EU elections litmus test for Europe climate action plan

The world’s most ambitious climate plan has become a major political liability. Public support for the European Union’s Green Deal, aimed at eliminating carbon emissions by 2050, is under threat as an energy crisis hits voters’ wallets. A flood of incentives for clean technologies unleashed by the US and China has also stoked concerns that Europe’s sticks-over-carrots approach will make it less competitive.
The extent of the damage will be made clear when citizens vote in parliamentary elections from June 6 to June 9.In their campaigns, leading mainstream candidates have shifted from framing the climate action as a way for Europe to lead globally to focusing on how they’ll protect domestic industries and limit the cost to households. Meanwhile, discontent over everything from boiler bans to sustainable farming directives has helped climate-skeptic right-wing parties gain support.
“Many people feel the democratic parties have failed to find credible solutions to their daily problems and they view the climate transition as a financial burden,” said Dirk Messner, president of Germany’s Environment Agency.
While polls show that a coalition of mainstream parties is forecast to retain a majority in the EU Parliament for its next five-year term, the gravity is shifting to the right. Far-right groups are set to increase their number of seats.
The challenge for the next European Commission, which will be formed after the vote, and the 27 member states, will be to find more funding for the Green Deal even as other pressures mount. Many member states want to boost defence spending amid a worsening geopolitical environment following Russia’s invasion of Ukraine.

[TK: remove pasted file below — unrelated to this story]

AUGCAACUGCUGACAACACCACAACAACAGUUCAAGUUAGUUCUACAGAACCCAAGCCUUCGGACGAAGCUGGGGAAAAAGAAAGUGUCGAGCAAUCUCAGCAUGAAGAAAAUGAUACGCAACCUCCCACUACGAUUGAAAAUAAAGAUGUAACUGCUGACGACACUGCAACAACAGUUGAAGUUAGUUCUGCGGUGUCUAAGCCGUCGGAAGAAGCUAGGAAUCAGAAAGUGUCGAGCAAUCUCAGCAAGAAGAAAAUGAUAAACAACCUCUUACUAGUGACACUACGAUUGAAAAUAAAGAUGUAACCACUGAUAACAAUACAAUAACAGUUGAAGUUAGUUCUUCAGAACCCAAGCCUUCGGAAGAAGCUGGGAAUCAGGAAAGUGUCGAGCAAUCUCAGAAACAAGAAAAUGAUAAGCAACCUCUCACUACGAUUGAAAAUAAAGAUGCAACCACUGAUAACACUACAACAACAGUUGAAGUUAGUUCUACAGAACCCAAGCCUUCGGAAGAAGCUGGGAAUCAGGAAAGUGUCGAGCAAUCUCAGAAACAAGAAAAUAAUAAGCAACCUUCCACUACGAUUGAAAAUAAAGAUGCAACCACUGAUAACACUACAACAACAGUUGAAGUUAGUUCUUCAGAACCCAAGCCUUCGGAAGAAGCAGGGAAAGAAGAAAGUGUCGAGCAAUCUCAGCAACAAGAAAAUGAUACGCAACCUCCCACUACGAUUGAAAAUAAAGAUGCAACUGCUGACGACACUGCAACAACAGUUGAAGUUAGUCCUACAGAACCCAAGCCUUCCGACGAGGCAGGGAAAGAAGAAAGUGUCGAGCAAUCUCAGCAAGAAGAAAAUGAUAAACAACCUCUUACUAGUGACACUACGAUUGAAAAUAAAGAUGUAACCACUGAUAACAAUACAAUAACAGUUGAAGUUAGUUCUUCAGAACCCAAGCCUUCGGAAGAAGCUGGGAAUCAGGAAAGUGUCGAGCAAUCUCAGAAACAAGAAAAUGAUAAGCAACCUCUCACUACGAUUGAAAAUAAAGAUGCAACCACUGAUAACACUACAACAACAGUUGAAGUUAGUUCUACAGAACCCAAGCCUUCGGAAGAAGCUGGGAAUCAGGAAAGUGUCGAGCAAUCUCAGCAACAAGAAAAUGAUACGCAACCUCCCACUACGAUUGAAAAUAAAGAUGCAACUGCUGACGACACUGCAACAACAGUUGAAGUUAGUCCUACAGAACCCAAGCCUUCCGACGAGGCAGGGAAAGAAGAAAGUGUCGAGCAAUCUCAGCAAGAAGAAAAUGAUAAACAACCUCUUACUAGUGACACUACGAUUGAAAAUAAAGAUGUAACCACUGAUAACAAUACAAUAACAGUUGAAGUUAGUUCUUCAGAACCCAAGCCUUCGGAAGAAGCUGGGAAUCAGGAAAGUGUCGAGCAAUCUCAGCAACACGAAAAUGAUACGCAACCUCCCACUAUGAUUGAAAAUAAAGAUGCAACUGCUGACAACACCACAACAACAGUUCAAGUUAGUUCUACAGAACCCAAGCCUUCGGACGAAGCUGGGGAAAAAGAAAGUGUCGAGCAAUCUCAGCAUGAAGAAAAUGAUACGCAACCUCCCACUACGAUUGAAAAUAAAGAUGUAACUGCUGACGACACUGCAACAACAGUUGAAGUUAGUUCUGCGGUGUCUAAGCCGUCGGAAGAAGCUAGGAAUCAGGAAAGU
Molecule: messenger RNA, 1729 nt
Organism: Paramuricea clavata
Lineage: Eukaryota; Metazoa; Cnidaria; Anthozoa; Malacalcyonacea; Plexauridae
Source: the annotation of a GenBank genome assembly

It’s a dilemma with no easy solution. Economic growth is sluggish, inflation is sticky and government budgets are strained just as the EU approaches the hardest stretch of its net-zero campaign. The bloc had barely started including the agriculture sector in its green regulations when it was forced to soften the policies after farmers blocked highways and dumped manure in the streets.
In 2027, it’s set to launch a new carbon market to cut pollution from heating and road transport fuels – a move that will impact consumers. By 2035, all new passenger cars will need to be emissions-free, effectively putting an end to the internal combustion engine. “There’s a perfect storm brewing,” said Simone Tagliapietra, senior researcher at the Bruegel think tank in Brussels. Those measures will hit consumers just as the EU reduces green grants.
The backlash has overshadowed the achievements of the Green Deal. The EU managed to overcome national differences and adopt a massive package of measures to reach a tougher emissions reduction goal of least 55% by 2030 from 1990 levels. Pollution dropped 32.5% from 1990 to 2022, even as the economy grew by 67%. Even so, the bloc will need to accelerate its deployment of renewable energy, climate-friendly infrastructure and clean technologies to meet its targets. By the EU’s own estimates, the continent needs to invest about Rs 1.5 trillion per year in its energy and transport systems to reach net zero.


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